Tokyo Cancelled by Rana Dasgupta

No critic rating

Waiting for minimum critic reviews

See 3 Critic Reviews



Thirteen passengers are stranded at an airport. Tokyo, their destination, is covered in snow and all flights are cancelled. To pass the night they form a huddle by the silent baggage carousels and tell one another stories. Thus begins Rana Dasgupta's Canterbury Tales for our times.
In the spirit of Borges and Calvino, Dasgupta's writing combines an energetically modern landscape with a timeless, beguiling fairy-tale ethos, while bringing to life a cast of extraordinary individuals-some lost, some confused, some happy-in a world that remains ineffable, inexplicable, and wonderful.
A Ukrainian merchant is led by a wingless bird back to a lost lover; Robert De Niro's son masters the transubstantiation of matter and turns it against his enemies; a man who manipulates other people's memories has to confront his own past; a Japanese entrepreneur risks losing everything in his obsession with a doll; a mute Turkish girl is left alone in the house of a German man who is mapping the world.
Told by people on a journey, these are stories about lives in transit, stories that grow into an epic cycle about the hopes and dreams and disappointments that connect people everywhere.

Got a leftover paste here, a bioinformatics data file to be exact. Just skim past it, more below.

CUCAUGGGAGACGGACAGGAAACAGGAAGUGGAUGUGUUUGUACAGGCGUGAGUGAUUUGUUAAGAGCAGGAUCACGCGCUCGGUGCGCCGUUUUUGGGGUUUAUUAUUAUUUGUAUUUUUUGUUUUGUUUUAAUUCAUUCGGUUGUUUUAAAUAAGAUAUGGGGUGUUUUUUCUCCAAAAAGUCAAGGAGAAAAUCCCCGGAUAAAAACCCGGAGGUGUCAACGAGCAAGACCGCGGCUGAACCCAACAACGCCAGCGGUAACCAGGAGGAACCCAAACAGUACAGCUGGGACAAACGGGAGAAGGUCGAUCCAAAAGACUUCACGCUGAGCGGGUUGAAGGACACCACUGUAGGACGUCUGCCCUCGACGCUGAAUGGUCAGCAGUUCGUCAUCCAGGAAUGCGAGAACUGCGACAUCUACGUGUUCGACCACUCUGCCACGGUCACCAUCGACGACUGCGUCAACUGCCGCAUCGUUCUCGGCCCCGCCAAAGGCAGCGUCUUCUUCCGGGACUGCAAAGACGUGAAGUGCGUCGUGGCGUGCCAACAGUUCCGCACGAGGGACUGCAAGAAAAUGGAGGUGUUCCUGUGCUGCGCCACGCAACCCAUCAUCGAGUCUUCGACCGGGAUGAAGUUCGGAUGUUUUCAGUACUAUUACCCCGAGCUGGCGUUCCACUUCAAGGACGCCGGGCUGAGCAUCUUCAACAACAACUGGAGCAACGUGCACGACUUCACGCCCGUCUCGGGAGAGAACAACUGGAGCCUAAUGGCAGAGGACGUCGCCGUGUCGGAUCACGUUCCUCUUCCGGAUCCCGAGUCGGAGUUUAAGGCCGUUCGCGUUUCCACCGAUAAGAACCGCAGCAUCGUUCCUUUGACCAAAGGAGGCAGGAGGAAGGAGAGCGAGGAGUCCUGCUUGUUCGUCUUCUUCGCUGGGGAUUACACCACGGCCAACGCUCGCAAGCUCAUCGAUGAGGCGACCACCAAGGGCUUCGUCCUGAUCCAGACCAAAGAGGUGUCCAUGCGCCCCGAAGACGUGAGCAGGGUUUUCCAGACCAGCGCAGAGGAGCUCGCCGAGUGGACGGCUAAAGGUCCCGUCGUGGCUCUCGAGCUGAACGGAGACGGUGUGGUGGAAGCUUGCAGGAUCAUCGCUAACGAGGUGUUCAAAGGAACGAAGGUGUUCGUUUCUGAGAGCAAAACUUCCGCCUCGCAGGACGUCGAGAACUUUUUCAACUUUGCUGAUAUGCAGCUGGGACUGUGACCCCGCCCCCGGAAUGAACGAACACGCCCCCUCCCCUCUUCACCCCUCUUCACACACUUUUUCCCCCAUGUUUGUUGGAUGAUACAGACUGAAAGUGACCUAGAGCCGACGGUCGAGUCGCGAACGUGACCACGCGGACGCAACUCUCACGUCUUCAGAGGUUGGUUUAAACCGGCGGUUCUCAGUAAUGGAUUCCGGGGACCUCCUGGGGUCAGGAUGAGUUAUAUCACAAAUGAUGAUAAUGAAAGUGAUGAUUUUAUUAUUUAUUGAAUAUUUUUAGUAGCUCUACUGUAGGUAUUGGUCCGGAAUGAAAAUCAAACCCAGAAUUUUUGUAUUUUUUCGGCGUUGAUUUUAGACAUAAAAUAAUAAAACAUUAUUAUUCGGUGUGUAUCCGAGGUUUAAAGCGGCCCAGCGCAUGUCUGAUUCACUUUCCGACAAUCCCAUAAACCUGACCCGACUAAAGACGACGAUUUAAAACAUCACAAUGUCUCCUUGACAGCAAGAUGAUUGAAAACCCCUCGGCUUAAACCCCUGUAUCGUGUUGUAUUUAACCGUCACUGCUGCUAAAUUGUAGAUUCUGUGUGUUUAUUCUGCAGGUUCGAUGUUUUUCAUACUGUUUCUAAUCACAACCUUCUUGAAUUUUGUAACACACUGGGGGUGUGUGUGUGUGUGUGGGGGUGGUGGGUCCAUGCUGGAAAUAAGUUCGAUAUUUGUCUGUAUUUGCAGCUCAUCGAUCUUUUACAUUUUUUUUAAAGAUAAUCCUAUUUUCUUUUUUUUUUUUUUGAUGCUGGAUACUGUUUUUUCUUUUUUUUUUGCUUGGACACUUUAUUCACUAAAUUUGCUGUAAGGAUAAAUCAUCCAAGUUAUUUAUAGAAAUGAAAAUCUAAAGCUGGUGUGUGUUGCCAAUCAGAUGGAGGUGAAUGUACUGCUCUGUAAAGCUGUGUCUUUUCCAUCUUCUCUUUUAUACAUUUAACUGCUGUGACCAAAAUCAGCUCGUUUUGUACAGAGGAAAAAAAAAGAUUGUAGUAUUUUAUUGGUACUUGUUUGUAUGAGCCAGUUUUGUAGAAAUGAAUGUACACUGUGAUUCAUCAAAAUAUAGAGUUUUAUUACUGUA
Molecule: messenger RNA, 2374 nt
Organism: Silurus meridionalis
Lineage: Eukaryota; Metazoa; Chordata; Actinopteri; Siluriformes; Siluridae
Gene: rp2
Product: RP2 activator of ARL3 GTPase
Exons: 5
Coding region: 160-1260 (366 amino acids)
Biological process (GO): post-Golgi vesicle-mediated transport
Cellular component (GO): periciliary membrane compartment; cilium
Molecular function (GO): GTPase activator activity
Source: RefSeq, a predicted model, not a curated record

About Rana Dasgupta

See more books from this Author
Rana Dasgupta was born in Caterbury in 1971. His first book, Tokyo Cancelled (2005), was short-listed for the John Llewellyn Rhys Prize and praised by Alan Cheuse in the San Francisco Chronicle as "brilliantly conceived." Visit his website at
Published December 1, 2007 by Grove Press, Black Cat. 400 pages
Genres: Literature & Fiction. Fiction

Unrated Critic Reviews for Tokyo Cancelled

Kirkus Reviews

See more reviews from this publication

In one of the longer tales, an Indian techno-zillionaire with the rupees to buy fertility for his sterile Bollywood-star wife becomes the father of twins whom he separates at birth when he finds the male twin too physically grotesque to keep.

| Read Full Review of Tokyo Cancelled

Publishers Weekly

See more reviews from this publication

Dasgupta takes a more didactic tone in "The Memory Editor," about the prodigal son of an investment banker who goes to work for a corporate enterprise called "MyPast™," which gathers and markets ejected memories when a London of the near future literally loses its sense of history.

Apr 04 2005 | Read Full Review of Tokyo Cancelled

India Today

No harm in this except that his endlessly morphing plot pegs (like "a particular sort of heavily embroidered jeans, which look very cool on angry young people", to use a line from Tokyo Cancelled) sometimes threaten to become an end in themselves.

Feb 14 2005 | Read Full Review of Tokyo Cancelled

Reader Rating for Tokyo Cancelled

An aggregated and normalized score based on 17 user ratings from iDreamBooks & iTunes

Rate this book!

Add Review